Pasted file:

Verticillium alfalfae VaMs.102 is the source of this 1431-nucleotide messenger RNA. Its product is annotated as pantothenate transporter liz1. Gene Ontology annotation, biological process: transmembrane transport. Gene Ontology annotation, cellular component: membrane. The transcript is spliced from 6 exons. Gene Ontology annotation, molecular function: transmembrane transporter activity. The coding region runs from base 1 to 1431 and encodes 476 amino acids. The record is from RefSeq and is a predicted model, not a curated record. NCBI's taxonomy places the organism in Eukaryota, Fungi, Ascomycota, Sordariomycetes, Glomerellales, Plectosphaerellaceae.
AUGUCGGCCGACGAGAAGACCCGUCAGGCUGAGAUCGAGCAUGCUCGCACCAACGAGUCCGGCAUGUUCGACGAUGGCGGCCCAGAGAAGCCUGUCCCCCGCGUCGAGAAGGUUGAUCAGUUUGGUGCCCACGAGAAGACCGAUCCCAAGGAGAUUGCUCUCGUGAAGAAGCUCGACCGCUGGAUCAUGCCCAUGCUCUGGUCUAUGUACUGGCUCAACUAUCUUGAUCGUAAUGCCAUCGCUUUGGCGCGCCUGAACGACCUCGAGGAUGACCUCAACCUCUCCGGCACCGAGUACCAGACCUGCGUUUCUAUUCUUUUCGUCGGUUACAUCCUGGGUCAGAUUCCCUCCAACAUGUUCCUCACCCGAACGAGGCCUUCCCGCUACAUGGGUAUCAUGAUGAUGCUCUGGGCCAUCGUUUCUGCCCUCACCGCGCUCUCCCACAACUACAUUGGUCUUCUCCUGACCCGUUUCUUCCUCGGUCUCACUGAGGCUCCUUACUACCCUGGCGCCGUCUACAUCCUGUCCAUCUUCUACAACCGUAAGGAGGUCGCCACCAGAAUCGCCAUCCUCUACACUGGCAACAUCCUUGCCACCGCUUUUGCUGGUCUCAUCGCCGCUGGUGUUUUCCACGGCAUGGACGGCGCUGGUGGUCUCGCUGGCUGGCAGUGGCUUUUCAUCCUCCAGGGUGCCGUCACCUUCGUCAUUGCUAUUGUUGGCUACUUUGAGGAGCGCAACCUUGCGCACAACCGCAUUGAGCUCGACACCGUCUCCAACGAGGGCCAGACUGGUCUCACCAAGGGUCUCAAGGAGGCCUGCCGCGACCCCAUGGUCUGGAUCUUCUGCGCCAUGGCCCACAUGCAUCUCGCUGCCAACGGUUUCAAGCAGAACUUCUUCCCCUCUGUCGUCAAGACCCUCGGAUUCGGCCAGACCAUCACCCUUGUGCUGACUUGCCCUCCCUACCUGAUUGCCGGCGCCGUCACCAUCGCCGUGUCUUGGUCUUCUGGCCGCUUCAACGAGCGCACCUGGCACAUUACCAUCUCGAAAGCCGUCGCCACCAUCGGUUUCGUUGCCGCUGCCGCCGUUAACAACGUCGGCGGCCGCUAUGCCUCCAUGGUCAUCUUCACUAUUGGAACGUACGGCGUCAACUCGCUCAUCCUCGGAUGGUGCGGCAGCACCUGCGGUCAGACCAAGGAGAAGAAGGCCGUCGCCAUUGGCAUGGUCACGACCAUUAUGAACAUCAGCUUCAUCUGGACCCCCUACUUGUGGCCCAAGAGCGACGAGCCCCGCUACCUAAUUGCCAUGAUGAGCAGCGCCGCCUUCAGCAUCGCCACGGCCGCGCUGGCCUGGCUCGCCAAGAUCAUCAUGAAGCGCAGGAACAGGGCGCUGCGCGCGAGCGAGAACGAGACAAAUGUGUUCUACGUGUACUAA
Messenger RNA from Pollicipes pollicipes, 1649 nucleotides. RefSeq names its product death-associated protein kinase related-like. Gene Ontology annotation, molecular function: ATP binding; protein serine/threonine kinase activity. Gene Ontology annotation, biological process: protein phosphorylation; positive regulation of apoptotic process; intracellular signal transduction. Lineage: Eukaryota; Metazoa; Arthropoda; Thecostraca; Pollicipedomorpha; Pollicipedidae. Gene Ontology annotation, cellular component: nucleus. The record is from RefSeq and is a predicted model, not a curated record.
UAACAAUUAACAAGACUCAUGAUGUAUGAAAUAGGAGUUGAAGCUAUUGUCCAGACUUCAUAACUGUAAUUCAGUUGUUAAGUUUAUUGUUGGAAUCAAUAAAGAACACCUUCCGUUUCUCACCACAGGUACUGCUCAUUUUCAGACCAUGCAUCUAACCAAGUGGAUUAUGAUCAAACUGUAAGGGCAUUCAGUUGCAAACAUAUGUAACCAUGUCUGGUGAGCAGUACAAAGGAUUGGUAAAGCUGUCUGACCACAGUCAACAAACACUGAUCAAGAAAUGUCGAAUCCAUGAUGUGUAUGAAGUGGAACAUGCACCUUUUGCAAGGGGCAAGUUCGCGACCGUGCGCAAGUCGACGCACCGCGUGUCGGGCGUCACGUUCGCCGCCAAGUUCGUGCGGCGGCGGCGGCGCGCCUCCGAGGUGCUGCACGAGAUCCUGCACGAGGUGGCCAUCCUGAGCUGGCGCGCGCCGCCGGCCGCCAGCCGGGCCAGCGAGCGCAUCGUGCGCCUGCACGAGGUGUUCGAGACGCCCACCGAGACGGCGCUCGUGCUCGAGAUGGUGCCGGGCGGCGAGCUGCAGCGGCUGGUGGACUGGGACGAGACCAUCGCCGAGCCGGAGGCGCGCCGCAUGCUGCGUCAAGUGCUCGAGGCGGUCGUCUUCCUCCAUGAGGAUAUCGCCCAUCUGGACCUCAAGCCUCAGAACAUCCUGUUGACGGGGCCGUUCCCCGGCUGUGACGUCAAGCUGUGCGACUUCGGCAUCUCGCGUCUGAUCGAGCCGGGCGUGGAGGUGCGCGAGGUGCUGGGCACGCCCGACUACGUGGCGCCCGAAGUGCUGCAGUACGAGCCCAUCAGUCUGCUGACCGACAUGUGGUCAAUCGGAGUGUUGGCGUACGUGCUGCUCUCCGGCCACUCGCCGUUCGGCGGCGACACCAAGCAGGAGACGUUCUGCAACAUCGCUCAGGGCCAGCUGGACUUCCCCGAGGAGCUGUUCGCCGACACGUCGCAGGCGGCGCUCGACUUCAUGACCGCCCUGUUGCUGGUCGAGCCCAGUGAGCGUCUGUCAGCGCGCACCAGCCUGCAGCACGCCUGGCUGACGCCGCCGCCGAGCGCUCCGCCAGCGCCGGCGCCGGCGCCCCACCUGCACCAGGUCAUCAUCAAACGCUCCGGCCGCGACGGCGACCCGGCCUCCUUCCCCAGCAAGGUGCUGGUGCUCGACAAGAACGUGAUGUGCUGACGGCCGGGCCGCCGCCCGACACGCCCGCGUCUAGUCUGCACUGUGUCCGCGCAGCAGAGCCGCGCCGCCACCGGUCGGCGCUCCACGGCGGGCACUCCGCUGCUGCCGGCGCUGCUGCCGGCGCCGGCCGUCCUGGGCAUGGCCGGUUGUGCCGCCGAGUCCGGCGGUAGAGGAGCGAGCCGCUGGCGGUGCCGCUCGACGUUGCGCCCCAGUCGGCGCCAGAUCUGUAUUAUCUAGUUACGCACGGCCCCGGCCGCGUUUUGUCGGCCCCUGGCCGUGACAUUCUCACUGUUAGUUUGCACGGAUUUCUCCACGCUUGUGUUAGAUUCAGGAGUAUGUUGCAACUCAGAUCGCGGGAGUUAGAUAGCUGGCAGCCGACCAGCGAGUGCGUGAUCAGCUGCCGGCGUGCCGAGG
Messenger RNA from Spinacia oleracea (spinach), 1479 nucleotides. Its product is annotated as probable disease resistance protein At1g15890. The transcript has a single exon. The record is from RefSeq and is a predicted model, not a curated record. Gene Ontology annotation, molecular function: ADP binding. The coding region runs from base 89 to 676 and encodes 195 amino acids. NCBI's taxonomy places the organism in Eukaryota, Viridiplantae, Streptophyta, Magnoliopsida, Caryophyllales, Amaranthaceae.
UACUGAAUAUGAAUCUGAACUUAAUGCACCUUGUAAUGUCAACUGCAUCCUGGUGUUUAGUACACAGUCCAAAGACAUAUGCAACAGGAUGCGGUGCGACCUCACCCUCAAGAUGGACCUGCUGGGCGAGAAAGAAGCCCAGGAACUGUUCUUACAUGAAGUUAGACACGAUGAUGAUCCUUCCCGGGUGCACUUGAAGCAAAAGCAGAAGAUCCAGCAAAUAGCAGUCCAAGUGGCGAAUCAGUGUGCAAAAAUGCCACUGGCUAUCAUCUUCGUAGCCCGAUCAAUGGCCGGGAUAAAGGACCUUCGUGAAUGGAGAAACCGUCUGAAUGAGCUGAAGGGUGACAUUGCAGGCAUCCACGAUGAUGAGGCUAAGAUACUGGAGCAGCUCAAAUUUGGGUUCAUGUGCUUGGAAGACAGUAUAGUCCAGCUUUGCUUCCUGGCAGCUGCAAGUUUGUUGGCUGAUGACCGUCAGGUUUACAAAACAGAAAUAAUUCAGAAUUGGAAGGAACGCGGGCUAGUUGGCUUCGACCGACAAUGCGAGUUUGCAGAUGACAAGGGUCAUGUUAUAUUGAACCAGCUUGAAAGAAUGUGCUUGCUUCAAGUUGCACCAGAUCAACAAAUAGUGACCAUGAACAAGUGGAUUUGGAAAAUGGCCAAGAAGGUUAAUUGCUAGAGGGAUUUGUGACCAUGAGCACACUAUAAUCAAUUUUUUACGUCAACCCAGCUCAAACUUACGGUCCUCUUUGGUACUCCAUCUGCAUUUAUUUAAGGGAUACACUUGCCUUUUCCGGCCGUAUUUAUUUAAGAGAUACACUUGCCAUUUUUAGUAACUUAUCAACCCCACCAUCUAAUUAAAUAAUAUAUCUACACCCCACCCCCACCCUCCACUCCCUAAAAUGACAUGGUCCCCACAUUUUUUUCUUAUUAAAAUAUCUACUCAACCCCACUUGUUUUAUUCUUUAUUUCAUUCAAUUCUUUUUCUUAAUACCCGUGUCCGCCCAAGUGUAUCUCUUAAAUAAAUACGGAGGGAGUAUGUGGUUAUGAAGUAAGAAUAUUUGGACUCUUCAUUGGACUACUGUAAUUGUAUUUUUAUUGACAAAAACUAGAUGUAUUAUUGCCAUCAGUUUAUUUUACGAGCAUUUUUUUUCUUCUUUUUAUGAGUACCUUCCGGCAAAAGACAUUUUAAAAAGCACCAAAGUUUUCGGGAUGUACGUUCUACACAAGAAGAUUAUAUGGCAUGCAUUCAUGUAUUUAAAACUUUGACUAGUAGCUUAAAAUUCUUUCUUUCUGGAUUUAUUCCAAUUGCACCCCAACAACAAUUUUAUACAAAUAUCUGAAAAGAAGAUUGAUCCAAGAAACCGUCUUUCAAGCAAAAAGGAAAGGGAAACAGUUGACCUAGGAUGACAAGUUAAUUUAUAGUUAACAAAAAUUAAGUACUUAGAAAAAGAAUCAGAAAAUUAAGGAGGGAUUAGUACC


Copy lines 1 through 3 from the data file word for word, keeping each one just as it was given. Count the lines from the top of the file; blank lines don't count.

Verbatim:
Verticillium alfalfae VaMs.102 is the source of this 1431-nucleotide messenger RNA. Its product is annotated as pantothenate transporter liz1. Gene Ontology annotation, biological process: transmembrane transport. Gene Ontology annotation, cellular component: membrane. The transcript is spliced from 6 exons. Gene Ontology annotation, molecular function: transmembrane transporter activity. The coding region runs from base 1 to 1431 and encodes 476 amino acids. The record is from RefSeq and is a predicted model, not a curated record. NCBI's taxonomy places the organism in Eukaryota, Fungi, Ascomycota, Sordariomycetes, Glomerellales, Plectosphaerellaceae.
AUGUCGGCCGACGAGAAGACCCGUCAGGCUGAGAUCGAGCAUGCUCGCACCAACGAGUCCGGCAUGUUCGACGAUGGCGGCCCAGAGAAGCCUGUCCCCCGCGUCGAGAAGGUUGAUCAGUUUGGUGCCCACGAGAAGACCGAUCCCAAGGAGAUUGCUCUCGUGAAGAAGCUCGACCGCUGGAUCAUGCCCAUGCUCUGGUCUAUGUACUGGCUCAACUAUCUUGAUCGUAAUGCCAUCGCUUUGGCGCGCCUGAACGACCUCGAGGAUGACCUCAACCUCUCCGGCACCGAGUACCAGACCUGCGUUUCUAUUCUUUUCGUCGGUUACAUCCUGGGUCAGAUUCCCUCCAACAUGUUCCUCACCCGAACGAGGCCUUCCCGCUACAUGGGUAUCAUGAUGAUGCUCUGGGCCAUCGUUUCUGCCCUCACCGCGCUCUCCCACAACUACAUUGGUCUUCUCCUGACCCGUUUCUUCCUCGGUCUCACUGAGGCUCCUUACUACCCUGGCGCCGUCUACAUCCUGUCCAUCUUCUACAACCGUAAGGAGGUCGCCACCAGAAUCGCCAUCCUCUACACUGGCAACAUCCUUGCCACCGCUUUUGCUGGUCUCAUCGCCGCUGGUGUUUUCCACGGCAUGGACGGCGCUGGUGGUCUCGCUGGCUGGCAGUGGCUUUUCAUCCUCCAGGGUGCCGUCACCUUCGUCAUUGCUAUUGUUGGCUACUUUGAGGAGCGCAACCUUGCGCACAACCGCAUUGAGCUCGACACCGUCUCCAACGAGGGCCAGACUGGUCUCACCAAGGGUCUCAAGGAGGCCUGCCGCGACCCCAUGGUCUGGAUCUUCUGCGCCAUGGCCCACAUGCAUCUCGCUGCCAACGGUUUCAAGCAGAACUUCUUCCCCUCUGUCGUCAAGACCCUCGGAUUCGGCCAGACCAUCACCCUUGUGCUGACUUGCCCUCCCUACCUGAUUGCCGGCGCCGUCACCAUCGCCGUGUCUUGGUCUUCUGGCCGCUUCAACGAGCGCACCUGGCACAUUACCAUCUCGAAAGCCGUCGCCACCAUCGGUUUCGUUGCCGCUGCCGCCGUUAACAACGUCGGCGGCCGCUAUGCCUCCAUGGUCAUCUUCACUAUUGGAACGUACGGCGUCAACUCGCUCAUCCUCGGAUGGUGCGGCAGCACCUGCGGUCAGACCAAGGAGAAGAAGGCCGUCGCCAUUGGCAUGGUCACGACCAUUAUGAACAUCAGCUUCAUCUGGACCCCCUACUUGUGGCCCAAGAGCGACGAGCCCCGCUACCUAAUUGCCAUGAUGAGCAGCGCCGCCUUCAGCAUCGCCACGGCCGCGCUGGCCUGGCUCGCCAAGAUCAUCAUGAAGCGCAGGAACAGGGCGCUGCGCGCGAGCGAGAACGAGACAAAUGUGUUCUACGUGUACUAA
Messenger RNA from Pollicipes pollicipes, 1649 nucleotides. RefSeq names its product death-associated protein kinase related-like. Gene Ontology annotation, molecular function: ATP binding; protein serine/threonine kinase activity. Gene Ontology annotation, biological process: protein phosphorylation; positive regulation of apoptotic process; intracellular signal transduction. Lineage: Eukaryota; Metazoa; Arthropoda; Thecostraca; Pollicipedomorpha; Pollicipedidae. Gene Ontology annotation, cellular component: nucleus. The record is from RefSeq and is a predicted model, not a curated record.